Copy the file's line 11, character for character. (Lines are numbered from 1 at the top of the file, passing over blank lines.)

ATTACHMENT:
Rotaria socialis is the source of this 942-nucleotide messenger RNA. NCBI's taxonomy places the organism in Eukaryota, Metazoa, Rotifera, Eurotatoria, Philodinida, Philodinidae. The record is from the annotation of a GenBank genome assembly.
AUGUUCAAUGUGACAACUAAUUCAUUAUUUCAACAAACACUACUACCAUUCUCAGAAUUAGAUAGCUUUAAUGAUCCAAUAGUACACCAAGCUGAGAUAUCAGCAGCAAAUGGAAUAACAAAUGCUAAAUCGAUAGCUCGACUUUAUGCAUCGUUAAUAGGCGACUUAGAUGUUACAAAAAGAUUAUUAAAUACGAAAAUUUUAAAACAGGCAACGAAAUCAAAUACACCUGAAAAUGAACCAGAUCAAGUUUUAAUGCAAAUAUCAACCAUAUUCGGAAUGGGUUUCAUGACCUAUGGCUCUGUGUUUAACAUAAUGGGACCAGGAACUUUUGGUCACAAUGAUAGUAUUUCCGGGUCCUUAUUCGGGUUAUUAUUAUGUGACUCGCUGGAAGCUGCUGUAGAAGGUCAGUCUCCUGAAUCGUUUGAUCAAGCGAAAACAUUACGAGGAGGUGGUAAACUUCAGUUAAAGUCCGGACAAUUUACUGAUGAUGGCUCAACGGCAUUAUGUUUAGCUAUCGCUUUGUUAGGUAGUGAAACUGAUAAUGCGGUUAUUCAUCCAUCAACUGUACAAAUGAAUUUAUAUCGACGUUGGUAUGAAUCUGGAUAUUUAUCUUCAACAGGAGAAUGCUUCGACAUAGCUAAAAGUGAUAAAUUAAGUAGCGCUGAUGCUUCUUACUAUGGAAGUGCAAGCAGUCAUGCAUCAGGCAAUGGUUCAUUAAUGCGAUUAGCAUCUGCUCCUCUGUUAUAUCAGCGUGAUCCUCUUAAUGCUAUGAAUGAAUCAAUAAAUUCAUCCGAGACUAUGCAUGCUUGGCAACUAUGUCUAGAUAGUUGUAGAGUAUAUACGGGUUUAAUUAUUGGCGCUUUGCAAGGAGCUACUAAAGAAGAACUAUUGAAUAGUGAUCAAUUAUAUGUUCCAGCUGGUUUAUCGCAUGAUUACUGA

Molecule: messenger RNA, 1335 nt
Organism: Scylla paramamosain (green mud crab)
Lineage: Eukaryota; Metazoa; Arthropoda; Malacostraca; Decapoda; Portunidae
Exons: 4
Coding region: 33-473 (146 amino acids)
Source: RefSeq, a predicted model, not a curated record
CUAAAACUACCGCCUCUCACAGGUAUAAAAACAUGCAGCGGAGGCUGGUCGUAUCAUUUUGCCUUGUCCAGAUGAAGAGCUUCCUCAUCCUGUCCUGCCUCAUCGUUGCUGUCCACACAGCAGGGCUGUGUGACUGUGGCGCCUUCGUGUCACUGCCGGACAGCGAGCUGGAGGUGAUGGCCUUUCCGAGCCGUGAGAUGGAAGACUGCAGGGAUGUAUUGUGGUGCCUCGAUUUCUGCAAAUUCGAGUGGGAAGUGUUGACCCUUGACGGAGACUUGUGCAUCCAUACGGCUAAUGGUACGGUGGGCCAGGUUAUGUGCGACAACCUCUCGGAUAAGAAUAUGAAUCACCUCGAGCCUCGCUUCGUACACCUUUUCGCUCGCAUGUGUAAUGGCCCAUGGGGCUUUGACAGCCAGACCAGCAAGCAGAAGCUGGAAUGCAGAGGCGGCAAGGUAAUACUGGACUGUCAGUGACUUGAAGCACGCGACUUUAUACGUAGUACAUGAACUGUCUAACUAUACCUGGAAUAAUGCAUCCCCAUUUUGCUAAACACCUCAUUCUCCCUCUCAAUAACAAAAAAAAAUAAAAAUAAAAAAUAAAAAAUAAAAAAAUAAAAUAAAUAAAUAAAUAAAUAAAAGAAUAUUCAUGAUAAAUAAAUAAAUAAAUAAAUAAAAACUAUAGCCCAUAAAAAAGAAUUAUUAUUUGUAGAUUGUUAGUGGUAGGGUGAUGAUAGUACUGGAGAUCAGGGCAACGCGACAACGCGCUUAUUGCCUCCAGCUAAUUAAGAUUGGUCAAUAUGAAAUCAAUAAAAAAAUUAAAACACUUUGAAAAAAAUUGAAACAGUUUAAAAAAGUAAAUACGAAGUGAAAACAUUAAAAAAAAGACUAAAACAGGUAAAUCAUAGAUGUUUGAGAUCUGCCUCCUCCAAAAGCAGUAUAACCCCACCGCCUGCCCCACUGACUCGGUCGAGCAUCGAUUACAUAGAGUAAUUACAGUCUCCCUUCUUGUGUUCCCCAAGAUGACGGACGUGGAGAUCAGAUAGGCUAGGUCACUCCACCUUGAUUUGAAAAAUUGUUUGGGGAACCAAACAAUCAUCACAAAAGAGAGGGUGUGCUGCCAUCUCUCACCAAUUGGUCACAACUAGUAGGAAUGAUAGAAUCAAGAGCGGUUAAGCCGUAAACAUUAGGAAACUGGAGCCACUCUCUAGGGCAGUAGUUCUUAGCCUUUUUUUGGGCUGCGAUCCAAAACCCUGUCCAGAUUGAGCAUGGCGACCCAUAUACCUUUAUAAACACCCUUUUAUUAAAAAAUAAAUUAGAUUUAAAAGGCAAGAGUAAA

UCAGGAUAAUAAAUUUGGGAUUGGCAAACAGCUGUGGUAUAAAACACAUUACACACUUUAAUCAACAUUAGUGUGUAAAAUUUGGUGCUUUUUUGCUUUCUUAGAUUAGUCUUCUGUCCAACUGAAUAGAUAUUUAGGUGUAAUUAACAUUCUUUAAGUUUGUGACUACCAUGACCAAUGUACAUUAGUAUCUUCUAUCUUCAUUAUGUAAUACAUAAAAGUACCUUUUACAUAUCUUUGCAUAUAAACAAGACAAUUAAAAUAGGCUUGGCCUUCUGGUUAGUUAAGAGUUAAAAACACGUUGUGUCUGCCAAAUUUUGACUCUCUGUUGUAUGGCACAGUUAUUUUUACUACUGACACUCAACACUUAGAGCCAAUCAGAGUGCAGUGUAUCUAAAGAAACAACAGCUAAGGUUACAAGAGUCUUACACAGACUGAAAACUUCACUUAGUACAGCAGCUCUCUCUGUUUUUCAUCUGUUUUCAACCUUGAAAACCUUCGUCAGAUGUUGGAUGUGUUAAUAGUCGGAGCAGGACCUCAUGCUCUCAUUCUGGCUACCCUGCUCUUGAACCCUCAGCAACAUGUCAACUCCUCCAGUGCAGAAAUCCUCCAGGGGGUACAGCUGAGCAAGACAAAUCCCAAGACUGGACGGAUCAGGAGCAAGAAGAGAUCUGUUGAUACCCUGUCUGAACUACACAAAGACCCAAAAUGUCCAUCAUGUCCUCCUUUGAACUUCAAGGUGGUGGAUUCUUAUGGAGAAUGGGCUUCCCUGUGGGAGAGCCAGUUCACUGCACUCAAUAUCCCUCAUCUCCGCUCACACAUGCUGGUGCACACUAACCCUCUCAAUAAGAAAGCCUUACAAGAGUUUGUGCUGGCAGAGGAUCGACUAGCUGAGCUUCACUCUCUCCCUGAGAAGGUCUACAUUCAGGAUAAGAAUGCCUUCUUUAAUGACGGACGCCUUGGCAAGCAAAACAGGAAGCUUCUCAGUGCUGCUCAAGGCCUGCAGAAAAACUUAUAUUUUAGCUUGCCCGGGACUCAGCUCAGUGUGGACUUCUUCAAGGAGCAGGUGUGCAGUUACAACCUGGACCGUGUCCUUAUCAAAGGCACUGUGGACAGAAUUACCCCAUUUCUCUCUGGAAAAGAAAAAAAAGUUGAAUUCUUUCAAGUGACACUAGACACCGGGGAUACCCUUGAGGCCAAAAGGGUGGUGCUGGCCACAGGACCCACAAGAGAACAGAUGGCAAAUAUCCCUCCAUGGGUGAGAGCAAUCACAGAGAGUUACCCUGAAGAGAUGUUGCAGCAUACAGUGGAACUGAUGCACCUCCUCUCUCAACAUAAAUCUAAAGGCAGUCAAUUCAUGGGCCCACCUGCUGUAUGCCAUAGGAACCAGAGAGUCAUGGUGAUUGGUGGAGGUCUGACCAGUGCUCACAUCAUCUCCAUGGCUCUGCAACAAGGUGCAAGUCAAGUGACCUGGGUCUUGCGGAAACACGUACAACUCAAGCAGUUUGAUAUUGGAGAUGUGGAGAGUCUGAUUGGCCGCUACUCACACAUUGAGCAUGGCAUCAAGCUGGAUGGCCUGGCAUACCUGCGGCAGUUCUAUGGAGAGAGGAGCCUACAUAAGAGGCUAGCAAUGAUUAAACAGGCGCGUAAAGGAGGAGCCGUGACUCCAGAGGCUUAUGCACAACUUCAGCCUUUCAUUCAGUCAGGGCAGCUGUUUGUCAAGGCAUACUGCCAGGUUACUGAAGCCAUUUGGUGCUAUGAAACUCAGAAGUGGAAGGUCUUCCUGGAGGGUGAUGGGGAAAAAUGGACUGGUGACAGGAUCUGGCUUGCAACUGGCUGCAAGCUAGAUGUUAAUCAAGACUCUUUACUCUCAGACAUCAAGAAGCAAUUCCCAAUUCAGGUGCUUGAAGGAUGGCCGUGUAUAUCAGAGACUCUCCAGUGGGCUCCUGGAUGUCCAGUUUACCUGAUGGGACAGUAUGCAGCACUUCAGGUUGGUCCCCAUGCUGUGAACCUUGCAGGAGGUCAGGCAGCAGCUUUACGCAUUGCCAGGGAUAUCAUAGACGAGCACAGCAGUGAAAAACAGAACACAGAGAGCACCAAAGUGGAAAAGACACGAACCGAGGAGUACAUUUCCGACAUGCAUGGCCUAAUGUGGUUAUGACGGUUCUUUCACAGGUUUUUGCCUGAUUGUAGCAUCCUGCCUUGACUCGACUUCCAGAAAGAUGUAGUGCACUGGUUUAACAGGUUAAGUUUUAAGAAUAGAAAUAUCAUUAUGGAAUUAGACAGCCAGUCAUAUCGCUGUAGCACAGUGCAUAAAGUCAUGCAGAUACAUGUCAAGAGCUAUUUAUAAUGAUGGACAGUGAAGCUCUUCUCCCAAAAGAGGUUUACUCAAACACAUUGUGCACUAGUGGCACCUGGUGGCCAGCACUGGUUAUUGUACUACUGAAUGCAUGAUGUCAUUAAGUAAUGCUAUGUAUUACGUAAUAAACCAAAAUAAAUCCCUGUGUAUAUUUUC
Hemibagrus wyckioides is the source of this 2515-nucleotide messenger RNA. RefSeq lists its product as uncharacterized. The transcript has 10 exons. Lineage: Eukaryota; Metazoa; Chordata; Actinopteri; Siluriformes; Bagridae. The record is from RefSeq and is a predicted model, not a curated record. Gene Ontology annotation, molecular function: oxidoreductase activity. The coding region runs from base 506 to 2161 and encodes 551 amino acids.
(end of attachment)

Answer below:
Hemibagrus wyckioides is the source of this 2515-nucleotide messenger RNA. RefSeq lists its product as uncharacterized. The transcript has 10 exons. Lineage: Eukaryota; Metazoa; Chordata; Actinopteri; Siluriformes; Bagridae. The record is from RefSeq and is a predicted model, not a curated record. Gene Ontology annotation, molecular function: oxidoreductase activity. The coding region runs from base 506 to 2161 and encodes 551 amino acids.